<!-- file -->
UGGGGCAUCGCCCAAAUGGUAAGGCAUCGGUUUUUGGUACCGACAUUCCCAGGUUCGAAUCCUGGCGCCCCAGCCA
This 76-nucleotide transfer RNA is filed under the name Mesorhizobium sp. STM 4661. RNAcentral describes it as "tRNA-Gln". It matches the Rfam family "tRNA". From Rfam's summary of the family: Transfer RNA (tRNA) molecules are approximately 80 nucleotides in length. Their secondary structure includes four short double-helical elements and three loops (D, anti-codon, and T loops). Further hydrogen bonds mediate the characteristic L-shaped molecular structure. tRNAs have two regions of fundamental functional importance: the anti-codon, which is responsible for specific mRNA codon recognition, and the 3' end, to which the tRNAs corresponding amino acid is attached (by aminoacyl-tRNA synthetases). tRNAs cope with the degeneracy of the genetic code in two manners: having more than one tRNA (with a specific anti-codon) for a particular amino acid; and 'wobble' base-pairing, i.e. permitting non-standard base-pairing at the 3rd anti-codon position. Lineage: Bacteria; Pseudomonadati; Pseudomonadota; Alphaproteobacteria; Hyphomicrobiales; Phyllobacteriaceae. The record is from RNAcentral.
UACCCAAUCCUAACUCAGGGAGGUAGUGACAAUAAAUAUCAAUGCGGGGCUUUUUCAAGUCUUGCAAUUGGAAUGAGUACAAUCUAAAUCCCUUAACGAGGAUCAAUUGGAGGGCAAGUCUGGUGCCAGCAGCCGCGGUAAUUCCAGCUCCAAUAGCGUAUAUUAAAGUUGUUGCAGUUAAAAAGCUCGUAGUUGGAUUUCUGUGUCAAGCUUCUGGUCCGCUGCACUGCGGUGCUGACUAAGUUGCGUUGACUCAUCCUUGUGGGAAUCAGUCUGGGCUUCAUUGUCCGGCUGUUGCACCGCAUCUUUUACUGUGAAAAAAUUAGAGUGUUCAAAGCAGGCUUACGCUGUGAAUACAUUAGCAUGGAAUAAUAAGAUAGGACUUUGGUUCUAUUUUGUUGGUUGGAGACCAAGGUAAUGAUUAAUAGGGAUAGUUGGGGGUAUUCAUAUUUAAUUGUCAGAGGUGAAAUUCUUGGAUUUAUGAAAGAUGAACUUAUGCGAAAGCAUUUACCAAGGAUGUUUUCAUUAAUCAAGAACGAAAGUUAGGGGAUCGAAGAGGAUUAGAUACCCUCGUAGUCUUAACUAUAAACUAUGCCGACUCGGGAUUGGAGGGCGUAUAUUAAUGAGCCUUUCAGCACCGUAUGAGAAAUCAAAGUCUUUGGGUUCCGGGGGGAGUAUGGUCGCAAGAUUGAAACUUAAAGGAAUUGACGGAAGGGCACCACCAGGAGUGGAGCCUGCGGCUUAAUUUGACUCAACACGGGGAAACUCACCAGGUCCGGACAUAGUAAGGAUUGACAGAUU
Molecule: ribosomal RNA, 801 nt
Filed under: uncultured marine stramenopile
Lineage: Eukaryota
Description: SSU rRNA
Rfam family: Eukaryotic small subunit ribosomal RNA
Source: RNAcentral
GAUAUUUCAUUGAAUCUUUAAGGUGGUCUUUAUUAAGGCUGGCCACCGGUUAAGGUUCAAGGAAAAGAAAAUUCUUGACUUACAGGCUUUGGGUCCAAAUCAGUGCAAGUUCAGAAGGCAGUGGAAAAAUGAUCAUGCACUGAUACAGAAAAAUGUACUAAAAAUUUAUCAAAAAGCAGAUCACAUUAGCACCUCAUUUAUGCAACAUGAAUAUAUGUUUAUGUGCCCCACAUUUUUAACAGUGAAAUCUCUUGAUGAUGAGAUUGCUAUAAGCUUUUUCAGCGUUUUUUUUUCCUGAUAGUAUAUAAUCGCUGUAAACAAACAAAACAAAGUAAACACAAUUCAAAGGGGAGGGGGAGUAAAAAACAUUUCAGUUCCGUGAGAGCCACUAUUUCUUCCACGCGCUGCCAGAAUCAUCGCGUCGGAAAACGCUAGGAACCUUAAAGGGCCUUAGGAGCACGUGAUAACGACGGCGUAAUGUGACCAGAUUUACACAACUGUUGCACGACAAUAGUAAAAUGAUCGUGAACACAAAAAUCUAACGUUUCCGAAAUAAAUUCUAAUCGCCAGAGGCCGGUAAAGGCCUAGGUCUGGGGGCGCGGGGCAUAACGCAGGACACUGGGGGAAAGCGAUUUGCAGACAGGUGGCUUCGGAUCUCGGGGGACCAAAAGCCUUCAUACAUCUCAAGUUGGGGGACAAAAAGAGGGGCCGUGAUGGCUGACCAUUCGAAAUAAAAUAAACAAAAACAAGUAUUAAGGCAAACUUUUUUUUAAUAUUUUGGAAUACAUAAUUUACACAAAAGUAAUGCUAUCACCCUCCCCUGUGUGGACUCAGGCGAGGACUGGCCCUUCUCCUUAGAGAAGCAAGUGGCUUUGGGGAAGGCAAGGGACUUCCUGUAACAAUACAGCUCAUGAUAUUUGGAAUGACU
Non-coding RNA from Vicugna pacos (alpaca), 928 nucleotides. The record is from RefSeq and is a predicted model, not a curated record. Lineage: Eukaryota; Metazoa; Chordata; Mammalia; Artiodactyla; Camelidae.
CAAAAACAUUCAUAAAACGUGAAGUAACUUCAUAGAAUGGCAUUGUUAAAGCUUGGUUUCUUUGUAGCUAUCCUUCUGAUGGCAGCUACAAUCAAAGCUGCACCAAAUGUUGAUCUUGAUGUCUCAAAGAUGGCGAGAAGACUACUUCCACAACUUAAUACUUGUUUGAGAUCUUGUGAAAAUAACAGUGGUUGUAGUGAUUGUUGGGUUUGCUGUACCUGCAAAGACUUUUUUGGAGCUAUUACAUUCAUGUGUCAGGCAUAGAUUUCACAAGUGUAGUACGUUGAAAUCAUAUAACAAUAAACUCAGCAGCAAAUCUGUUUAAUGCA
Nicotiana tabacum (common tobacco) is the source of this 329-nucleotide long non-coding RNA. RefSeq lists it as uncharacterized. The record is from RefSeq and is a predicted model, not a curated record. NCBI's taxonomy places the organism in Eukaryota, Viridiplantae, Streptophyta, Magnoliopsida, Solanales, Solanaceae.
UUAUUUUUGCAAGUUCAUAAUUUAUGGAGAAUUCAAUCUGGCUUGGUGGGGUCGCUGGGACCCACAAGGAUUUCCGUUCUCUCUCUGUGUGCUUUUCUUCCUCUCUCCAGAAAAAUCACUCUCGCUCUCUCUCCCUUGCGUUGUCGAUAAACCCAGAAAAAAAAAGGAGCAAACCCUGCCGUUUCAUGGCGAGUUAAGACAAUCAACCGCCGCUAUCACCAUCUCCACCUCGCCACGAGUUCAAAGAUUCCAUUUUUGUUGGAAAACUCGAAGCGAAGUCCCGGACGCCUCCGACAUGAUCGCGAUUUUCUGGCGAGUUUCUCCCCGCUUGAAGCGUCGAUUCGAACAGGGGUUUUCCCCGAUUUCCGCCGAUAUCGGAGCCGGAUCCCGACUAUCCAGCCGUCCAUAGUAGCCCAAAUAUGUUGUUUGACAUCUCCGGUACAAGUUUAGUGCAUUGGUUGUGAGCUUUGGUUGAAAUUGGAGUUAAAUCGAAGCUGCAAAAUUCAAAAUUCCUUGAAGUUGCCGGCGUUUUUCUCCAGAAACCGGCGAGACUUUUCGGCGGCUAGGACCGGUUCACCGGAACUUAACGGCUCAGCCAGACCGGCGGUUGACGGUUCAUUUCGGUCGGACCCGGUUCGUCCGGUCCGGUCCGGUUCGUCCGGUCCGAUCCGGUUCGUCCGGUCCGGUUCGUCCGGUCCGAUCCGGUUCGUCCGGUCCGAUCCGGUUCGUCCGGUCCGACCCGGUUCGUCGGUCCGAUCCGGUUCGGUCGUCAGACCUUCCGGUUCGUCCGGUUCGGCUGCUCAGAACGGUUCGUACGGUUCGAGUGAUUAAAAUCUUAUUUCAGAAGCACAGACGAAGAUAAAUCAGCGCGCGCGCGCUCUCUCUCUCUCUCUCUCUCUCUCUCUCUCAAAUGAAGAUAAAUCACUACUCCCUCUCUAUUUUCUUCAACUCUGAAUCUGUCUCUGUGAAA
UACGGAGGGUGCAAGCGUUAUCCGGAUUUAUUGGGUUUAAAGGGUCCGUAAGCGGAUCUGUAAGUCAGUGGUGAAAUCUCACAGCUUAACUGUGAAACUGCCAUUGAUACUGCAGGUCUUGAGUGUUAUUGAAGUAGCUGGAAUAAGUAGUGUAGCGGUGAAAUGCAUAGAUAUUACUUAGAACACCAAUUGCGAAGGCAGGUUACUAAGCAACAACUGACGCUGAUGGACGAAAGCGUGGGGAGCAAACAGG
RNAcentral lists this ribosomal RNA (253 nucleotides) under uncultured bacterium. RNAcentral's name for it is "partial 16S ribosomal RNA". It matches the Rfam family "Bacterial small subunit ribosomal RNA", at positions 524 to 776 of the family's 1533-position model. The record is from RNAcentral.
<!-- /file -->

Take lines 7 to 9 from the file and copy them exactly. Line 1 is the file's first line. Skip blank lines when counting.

Description: SSU rRNA
Rfam family: Eukaryotic small subunit ribosomal RNA
Source: RNAcentral